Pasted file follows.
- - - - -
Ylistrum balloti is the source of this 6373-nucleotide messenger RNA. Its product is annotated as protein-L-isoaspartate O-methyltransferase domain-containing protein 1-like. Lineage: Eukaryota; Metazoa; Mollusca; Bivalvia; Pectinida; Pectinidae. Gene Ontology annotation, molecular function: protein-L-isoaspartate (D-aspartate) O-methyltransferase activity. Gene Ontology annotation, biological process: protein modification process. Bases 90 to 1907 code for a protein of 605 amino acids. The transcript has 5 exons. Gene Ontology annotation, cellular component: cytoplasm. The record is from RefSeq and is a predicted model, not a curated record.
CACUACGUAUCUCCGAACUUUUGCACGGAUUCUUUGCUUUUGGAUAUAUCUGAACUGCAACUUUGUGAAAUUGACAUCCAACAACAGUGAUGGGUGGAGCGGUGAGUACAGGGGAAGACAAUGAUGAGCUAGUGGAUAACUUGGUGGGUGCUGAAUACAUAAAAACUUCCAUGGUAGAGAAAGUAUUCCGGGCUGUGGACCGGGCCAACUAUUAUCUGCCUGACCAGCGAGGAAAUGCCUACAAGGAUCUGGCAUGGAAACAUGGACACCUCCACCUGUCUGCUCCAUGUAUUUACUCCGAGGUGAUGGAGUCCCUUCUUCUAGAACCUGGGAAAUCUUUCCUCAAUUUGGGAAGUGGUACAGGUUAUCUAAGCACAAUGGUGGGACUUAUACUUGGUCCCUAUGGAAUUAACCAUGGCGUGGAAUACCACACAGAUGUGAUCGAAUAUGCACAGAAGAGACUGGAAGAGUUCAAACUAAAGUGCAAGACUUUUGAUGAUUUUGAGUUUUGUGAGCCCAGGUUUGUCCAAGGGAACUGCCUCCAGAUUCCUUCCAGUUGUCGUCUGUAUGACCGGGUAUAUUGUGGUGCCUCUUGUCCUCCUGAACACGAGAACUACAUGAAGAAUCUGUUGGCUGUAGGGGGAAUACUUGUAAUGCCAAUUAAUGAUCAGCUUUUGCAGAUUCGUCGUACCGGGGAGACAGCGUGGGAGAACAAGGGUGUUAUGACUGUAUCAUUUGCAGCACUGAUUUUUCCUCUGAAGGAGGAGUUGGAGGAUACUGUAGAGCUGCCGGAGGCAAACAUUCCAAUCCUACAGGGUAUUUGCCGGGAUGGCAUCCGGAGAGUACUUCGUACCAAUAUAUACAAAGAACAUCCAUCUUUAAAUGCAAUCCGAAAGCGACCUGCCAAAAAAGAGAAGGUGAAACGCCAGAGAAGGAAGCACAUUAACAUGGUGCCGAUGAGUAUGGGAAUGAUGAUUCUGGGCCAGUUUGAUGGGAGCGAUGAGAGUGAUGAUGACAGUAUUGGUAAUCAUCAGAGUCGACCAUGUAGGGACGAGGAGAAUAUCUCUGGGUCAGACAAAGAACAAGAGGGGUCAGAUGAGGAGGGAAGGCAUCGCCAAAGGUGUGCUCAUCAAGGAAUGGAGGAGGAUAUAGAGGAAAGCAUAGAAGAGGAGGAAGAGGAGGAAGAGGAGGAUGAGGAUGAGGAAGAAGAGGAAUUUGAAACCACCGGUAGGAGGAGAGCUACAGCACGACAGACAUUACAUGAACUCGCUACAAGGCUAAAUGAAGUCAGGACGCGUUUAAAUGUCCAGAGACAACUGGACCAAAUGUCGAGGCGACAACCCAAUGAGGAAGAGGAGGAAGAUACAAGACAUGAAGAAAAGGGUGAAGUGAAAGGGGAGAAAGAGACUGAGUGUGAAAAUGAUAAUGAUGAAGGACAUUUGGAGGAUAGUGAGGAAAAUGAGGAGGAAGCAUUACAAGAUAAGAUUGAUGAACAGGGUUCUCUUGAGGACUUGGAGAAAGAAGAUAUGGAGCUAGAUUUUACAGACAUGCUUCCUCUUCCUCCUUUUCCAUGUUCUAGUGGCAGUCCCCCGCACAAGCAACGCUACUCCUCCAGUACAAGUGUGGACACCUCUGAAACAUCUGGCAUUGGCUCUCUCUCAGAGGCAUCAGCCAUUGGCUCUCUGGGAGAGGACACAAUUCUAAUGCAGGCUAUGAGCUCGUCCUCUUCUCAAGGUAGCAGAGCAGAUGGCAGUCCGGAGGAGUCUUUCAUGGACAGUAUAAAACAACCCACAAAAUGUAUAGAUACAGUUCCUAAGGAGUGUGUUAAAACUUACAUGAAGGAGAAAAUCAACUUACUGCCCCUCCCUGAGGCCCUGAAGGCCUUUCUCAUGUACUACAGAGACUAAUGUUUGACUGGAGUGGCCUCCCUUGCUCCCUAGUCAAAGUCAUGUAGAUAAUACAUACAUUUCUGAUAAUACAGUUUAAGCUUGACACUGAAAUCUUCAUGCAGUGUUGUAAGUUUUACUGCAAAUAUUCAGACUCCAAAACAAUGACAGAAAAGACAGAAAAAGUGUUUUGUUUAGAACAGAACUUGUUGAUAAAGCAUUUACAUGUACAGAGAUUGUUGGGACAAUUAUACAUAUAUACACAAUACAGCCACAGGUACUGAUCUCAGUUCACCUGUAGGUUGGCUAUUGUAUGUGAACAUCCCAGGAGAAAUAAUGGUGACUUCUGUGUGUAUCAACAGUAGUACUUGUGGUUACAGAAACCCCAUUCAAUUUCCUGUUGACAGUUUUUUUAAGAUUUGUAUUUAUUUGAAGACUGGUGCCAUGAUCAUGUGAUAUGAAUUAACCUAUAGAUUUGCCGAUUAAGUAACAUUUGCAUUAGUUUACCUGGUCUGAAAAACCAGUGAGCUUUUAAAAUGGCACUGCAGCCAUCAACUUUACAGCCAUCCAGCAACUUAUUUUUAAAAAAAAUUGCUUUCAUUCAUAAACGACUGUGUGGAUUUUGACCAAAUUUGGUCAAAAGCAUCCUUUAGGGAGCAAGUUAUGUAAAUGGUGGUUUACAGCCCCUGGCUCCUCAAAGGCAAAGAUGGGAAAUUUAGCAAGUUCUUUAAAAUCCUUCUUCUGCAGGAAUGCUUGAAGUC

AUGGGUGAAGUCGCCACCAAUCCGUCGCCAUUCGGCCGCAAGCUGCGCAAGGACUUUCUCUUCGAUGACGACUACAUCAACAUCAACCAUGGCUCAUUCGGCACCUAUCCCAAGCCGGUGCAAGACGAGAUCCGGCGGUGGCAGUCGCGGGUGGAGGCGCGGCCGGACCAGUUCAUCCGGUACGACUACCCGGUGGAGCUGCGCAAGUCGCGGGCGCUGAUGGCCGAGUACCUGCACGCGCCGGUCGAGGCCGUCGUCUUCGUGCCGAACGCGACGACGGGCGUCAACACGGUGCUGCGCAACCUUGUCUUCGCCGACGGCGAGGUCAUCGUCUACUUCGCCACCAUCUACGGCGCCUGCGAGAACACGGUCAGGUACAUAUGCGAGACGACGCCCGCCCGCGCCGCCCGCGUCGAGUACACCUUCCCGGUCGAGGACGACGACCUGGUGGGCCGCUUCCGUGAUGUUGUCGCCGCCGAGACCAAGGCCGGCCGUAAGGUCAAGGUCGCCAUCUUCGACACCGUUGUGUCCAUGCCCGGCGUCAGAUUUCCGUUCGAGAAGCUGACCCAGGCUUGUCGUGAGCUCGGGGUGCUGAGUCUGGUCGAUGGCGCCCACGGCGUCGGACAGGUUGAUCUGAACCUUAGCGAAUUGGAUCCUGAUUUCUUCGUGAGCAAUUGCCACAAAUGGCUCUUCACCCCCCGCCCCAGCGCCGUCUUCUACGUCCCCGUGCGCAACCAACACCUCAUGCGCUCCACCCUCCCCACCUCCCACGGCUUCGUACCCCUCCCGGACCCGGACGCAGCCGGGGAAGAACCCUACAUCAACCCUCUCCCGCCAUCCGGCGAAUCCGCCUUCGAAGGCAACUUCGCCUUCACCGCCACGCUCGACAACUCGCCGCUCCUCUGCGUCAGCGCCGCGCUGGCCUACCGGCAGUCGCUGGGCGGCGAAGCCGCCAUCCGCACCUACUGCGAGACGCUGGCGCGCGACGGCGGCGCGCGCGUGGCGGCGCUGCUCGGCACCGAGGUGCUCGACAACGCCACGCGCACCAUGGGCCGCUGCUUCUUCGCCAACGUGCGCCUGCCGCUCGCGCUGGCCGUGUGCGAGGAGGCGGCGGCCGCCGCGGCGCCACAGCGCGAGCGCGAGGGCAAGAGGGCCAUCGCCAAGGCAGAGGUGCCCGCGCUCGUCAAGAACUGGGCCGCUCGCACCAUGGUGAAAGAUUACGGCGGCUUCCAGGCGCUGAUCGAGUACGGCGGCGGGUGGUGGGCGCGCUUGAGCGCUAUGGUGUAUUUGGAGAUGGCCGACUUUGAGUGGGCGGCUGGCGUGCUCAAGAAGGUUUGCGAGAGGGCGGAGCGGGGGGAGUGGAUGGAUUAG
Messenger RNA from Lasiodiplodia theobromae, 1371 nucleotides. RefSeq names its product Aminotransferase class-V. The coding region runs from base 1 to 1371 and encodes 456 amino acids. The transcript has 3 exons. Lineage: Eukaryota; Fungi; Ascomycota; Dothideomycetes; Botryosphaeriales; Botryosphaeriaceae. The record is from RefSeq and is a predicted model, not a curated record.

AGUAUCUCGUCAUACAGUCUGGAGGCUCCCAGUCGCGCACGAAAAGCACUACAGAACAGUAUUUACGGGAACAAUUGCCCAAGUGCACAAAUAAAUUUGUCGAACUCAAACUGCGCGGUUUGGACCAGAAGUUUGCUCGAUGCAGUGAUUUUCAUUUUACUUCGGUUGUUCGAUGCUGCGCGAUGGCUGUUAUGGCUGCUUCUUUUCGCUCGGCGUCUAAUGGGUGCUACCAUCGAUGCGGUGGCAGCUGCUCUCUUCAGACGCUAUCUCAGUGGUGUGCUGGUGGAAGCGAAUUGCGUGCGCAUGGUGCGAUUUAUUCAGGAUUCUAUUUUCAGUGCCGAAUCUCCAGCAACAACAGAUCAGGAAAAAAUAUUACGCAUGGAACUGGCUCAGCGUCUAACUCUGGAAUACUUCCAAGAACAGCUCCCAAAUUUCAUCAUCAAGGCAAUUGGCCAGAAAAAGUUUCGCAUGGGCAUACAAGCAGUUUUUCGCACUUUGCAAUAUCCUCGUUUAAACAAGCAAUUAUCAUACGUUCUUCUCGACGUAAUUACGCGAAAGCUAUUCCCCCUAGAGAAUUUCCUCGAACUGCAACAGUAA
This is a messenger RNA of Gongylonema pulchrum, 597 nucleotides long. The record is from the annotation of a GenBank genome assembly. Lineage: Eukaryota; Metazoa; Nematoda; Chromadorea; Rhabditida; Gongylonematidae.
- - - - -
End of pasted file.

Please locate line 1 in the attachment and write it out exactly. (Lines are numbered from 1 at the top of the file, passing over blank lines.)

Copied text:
Ylistrum balloti is the source of this 6373-nucleotide messenger RNA. Its product is annotated as protein-L-isoaspartate O-methyltransferase domain-containing protein 1-like. Lineage: Eukaryota; Metazoa; Mollusca; Bivalvia; Pectinida; Pectinidae. Gene Ontology annotation, molecular function: protein-L-isoaspartate (D-aspartate) O-methyltransferase activity. Gene Ontology annotation, biological process: protein modification process. Bases 90 to 1907 code for a protein of 605 amino acids. The transcript has 5 exons. Gene Ontology annotation, cellular component: cytoplasm. The record is from RefSeq and is a predicted model, not a curated record.